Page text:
Mucus Build-Up and Phantom Rectum Sensations

Patients who still have a rectum but have gone through ostomy surgery to divert stool away from it, or patients who have an internal reservoir (ex: J-pouch) who have temporary ostomies, may experience phantom rectum sensations due to a build up of mucus in the rectum.

Mucus is a lubricant produced by the bowel that helps food pass smoothly through the digestive tract. Even when the rectum is not being used it still produces mucus. This mucus may cause patients to feel like they need to evacuate their bowels and often this sensation can be relieved by sitting on the toilet and passing the mucus. Sometimes if the mucus is not passed it can dry up and harden into a ball and cause serious pain. Some patients have reported pain so bad that it was difficult to sit down and passing what looked like a wax candle due to mucus build up.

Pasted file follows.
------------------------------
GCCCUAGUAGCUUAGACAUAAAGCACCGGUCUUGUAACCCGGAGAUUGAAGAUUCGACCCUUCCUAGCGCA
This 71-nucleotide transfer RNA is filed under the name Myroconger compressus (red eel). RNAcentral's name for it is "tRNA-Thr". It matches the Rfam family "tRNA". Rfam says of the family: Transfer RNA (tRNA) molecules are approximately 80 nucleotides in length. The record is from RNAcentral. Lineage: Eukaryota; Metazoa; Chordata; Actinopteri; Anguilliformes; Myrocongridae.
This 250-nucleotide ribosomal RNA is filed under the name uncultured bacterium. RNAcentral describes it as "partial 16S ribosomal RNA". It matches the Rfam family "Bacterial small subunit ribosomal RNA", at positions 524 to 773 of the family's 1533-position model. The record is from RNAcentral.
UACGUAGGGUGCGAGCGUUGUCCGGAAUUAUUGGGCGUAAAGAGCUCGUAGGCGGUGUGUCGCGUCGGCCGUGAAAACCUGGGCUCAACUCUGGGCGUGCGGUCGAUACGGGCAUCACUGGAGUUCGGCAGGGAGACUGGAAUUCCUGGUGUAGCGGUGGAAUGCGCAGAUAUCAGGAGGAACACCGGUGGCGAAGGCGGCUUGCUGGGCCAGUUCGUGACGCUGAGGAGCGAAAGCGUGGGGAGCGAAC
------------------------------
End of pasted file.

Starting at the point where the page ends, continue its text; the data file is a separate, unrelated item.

If you have mucus build up you may feel pressure in your rectum, have lower back pain, feel like you have to use the toilet, or feel sharp shooting pain in your rectum.

To help relieve symptoms a patient should sit on the toilet and gently bear down as though they were going to have a bowel movement and usually the mucus will pass out the anus. Doing this every day can help prevent mucus from hardening and can relieve build up. If a patient cannot pass the mucus on their own they might find relief from suppositories or micro-enemas at regular intervals. Talking with your WOC nurse and your doctor is important to come up with a plan to relieve any pain or uncomfortable sensations.

Possible Causes of Phantom Rectum